And that’s in all of us. Like a rabid dog, like the night howlers in Zootopia, like the boys in The Lord of the Flies…
As long as we keep our gators fed.
But that’s just scratching the surface. The gators are all inside us, innately, but we don’t exactly know why — or how.
At least not yet.
What we want is to live. We want to S.C.R.E.A.M., for strength, for catharsis, for reality, for exploration, for acceptance, and for meaning. We want to experience all of life’s highs and all of its lows, to relive every moment, each heartbreak, each death, each joy, each failure, and each success…
First and foremost is strength. It is the strange superiority of staying up later than the rest of your friends, the long hours spent working into the early morning, the stamina of completing a movie marathon.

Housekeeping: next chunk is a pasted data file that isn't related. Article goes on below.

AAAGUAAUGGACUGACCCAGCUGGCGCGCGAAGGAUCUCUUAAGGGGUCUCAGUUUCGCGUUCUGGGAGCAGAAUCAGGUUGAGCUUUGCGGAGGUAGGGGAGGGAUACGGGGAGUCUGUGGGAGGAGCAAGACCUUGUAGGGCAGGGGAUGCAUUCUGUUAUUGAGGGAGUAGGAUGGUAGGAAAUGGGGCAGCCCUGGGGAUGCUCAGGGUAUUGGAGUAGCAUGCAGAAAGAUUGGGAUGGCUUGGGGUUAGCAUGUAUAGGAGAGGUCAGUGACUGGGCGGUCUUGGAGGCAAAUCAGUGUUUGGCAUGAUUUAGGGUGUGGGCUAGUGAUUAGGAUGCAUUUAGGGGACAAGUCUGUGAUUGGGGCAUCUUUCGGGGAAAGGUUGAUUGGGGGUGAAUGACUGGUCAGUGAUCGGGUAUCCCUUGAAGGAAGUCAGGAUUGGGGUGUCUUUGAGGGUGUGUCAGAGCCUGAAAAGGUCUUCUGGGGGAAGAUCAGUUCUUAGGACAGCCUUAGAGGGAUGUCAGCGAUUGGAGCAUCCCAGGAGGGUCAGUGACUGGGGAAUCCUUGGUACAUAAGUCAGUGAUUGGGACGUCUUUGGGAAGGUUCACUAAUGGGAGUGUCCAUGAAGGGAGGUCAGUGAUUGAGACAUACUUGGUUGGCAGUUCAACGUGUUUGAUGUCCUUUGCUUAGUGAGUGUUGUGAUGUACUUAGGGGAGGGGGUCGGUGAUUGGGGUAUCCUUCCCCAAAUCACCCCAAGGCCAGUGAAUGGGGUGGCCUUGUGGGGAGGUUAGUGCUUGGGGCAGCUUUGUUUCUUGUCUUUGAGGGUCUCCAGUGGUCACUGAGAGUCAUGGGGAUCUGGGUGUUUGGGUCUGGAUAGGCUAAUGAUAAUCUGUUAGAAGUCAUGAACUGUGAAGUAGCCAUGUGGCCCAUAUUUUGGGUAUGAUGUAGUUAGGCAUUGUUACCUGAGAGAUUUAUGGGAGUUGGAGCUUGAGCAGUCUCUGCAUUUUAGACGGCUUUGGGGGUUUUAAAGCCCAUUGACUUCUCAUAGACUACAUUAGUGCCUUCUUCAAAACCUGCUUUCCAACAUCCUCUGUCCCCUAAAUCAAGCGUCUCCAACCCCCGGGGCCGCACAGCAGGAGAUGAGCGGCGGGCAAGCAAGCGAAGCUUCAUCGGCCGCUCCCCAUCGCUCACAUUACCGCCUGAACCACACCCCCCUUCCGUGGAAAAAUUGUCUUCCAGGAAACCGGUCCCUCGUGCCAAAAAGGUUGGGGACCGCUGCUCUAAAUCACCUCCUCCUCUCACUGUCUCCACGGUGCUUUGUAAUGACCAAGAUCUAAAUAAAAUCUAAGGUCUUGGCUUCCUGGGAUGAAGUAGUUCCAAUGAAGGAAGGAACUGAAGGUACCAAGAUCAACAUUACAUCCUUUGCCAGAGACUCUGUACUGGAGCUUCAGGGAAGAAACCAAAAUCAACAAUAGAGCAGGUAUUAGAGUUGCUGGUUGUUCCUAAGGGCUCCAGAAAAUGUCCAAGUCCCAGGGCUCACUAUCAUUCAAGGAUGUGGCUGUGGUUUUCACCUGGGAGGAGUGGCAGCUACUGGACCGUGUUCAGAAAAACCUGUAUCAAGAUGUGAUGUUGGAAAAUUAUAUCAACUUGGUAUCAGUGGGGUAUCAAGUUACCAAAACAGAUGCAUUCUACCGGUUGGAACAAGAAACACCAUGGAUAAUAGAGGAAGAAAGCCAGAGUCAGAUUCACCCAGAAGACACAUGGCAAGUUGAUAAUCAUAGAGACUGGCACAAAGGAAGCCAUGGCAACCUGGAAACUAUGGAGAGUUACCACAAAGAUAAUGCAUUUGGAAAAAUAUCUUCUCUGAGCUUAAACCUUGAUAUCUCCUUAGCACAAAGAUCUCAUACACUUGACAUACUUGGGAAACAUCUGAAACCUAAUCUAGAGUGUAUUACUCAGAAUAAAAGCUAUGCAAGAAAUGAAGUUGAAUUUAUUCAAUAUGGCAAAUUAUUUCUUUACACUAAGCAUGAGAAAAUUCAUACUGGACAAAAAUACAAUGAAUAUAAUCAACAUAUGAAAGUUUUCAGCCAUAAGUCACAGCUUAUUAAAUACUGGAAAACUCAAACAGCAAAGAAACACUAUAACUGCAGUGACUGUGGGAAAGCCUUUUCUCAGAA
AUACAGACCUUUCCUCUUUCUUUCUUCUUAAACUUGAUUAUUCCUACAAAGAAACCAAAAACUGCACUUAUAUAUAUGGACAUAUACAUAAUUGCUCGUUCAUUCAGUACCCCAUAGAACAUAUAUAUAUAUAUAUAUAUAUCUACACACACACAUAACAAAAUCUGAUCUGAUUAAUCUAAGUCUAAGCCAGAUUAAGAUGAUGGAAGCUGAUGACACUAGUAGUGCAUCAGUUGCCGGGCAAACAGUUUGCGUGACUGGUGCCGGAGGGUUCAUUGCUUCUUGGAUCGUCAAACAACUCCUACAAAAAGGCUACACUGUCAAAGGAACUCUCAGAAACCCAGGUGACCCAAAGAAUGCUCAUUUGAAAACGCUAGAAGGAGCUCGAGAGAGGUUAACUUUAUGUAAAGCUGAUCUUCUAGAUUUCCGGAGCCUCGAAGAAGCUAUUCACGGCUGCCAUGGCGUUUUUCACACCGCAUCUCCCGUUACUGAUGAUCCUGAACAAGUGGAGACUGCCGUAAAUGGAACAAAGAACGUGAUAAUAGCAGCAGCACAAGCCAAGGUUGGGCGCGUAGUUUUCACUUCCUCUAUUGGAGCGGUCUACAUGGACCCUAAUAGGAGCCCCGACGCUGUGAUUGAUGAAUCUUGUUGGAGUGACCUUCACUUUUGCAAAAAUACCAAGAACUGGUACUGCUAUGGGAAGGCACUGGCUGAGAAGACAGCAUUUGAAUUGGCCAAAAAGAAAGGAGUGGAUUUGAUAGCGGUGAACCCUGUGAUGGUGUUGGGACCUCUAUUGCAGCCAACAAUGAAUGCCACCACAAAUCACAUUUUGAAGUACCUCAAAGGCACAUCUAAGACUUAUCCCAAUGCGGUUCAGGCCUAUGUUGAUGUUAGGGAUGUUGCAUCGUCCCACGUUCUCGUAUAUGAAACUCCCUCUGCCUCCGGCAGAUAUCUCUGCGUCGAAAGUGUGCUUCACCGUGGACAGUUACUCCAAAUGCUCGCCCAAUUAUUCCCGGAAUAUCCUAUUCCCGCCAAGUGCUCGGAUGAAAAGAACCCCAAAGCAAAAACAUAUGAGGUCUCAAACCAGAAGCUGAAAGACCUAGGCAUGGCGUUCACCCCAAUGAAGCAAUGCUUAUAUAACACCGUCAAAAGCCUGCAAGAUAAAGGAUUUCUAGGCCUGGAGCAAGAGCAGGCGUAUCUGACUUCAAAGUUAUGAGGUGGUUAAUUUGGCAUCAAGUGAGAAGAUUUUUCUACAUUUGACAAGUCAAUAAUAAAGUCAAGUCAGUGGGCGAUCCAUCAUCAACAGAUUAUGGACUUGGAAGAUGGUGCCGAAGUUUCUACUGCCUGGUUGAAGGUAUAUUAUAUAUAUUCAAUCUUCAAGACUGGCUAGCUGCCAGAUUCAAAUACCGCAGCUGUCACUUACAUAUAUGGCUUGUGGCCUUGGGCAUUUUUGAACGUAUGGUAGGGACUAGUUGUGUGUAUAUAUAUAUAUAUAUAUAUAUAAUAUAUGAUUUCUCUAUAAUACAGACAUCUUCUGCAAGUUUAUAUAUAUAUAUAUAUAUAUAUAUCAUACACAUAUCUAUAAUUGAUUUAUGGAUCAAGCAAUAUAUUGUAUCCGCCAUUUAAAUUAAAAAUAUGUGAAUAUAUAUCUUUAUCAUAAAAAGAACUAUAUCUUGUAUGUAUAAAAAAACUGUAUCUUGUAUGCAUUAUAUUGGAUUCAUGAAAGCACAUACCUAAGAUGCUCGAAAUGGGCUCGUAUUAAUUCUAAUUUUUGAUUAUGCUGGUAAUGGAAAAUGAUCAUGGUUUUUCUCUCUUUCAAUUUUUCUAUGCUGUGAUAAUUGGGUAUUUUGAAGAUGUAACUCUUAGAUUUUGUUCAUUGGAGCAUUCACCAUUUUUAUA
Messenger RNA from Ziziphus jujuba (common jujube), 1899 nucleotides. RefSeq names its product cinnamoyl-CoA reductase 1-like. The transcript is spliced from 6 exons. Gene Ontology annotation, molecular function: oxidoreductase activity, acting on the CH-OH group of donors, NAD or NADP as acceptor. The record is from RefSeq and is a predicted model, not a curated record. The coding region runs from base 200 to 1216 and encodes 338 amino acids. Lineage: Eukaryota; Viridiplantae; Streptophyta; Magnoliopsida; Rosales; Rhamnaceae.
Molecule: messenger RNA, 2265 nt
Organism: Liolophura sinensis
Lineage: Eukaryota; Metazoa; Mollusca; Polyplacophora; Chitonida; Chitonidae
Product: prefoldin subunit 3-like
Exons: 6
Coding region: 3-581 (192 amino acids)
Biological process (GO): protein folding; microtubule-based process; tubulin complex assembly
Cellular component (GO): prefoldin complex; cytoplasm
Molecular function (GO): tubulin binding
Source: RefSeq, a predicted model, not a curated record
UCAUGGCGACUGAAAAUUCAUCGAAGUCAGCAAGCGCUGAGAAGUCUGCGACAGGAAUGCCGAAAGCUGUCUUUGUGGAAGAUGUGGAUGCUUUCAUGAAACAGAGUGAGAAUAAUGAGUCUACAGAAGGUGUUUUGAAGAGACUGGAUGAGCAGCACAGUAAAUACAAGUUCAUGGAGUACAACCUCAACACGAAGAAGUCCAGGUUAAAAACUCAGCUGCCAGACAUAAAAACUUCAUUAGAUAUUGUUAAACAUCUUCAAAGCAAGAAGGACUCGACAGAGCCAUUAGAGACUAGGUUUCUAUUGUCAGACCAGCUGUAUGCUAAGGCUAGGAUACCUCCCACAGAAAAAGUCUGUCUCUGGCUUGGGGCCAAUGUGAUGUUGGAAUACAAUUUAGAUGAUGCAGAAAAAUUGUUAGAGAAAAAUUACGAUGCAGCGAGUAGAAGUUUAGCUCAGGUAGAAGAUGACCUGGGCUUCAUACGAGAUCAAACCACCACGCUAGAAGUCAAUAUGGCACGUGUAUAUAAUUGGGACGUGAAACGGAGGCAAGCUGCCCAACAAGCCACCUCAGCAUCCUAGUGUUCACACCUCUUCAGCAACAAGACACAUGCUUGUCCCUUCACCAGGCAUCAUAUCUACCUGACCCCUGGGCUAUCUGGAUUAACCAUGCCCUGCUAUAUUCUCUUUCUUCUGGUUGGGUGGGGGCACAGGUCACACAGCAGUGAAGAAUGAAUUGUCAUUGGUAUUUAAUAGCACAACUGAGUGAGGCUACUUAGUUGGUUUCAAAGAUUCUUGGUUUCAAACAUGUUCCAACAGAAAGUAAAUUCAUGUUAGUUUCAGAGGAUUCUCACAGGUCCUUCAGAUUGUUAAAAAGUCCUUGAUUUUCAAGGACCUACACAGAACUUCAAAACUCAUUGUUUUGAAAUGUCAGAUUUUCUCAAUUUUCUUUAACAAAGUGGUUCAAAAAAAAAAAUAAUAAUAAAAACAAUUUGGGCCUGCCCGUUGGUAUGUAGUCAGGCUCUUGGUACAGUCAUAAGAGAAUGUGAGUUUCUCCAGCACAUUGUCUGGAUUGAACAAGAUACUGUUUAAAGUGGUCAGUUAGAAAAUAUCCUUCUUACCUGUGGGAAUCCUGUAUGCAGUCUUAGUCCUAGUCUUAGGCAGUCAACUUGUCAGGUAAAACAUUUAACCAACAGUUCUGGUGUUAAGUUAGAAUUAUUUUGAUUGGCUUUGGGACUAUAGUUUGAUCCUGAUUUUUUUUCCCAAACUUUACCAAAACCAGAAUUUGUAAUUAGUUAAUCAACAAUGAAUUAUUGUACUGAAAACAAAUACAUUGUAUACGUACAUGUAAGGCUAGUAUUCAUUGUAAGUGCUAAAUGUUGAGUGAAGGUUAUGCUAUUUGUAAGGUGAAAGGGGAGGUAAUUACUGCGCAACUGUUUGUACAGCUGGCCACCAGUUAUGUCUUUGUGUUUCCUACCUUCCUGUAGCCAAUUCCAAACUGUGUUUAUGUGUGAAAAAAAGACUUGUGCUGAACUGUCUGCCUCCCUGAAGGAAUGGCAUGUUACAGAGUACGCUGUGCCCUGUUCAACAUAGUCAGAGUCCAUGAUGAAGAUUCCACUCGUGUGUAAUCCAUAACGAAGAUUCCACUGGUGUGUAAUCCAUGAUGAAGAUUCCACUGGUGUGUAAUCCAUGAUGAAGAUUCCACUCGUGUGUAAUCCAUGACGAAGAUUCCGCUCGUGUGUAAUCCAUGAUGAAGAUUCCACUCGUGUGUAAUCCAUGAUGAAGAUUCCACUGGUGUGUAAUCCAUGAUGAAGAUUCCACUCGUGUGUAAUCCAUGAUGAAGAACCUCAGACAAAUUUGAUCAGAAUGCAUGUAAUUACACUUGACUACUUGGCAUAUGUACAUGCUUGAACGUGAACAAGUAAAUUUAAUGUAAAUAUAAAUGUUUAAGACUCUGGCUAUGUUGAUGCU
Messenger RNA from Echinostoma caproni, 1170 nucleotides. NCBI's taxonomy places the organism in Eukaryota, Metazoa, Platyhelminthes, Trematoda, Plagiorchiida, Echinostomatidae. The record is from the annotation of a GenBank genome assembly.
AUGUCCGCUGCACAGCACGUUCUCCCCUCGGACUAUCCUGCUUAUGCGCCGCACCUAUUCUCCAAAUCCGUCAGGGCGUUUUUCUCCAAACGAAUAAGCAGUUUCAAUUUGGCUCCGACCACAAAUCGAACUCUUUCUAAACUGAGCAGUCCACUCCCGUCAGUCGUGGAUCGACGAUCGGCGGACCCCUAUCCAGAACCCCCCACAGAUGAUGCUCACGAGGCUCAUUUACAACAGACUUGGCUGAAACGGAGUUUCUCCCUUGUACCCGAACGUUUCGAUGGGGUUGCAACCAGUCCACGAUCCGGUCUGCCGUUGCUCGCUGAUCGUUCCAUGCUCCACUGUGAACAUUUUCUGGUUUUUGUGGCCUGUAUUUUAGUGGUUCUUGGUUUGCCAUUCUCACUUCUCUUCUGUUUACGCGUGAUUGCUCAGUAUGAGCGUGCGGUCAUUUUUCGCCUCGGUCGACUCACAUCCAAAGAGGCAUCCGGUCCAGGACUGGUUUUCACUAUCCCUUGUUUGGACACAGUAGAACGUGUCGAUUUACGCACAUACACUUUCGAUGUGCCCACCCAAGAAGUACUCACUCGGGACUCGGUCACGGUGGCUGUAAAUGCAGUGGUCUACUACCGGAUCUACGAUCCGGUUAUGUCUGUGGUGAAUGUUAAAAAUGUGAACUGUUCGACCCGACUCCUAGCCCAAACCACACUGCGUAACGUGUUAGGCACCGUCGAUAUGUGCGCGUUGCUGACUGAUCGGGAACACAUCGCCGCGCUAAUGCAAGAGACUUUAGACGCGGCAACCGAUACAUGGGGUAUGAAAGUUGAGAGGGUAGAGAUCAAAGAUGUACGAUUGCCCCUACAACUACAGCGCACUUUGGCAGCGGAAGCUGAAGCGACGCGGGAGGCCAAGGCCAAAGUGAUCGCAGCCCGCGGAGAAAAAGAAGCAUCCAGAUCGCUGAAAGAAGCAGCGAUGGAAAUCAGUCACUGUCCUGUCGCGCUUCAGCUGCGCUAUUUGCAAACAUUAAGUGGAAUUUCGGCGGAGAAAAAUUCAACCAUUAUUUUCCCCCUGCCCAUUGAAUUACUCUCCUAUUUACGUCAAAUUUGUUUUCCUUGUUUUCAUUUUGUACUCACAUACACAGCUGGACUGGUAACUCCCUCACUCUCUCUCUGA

The repulsiveness of the macabre is a challenge. When we look past it, we feel a sense of strength. It is through our morbid curiosity to fulfill that validation, the need of knowing that the muscle has been torn through and can continue to tear and tear again.
And with that knowledge of “making it through” comes catharsis — a release of buried emotions, of the skeletons in the closet. What the macabre and morbid offer to us can be a strange sense of relief in that the unpleasantness of the unknown — the burning, engulfing curiosity within us all to know what is on the other side — trumps what we might see.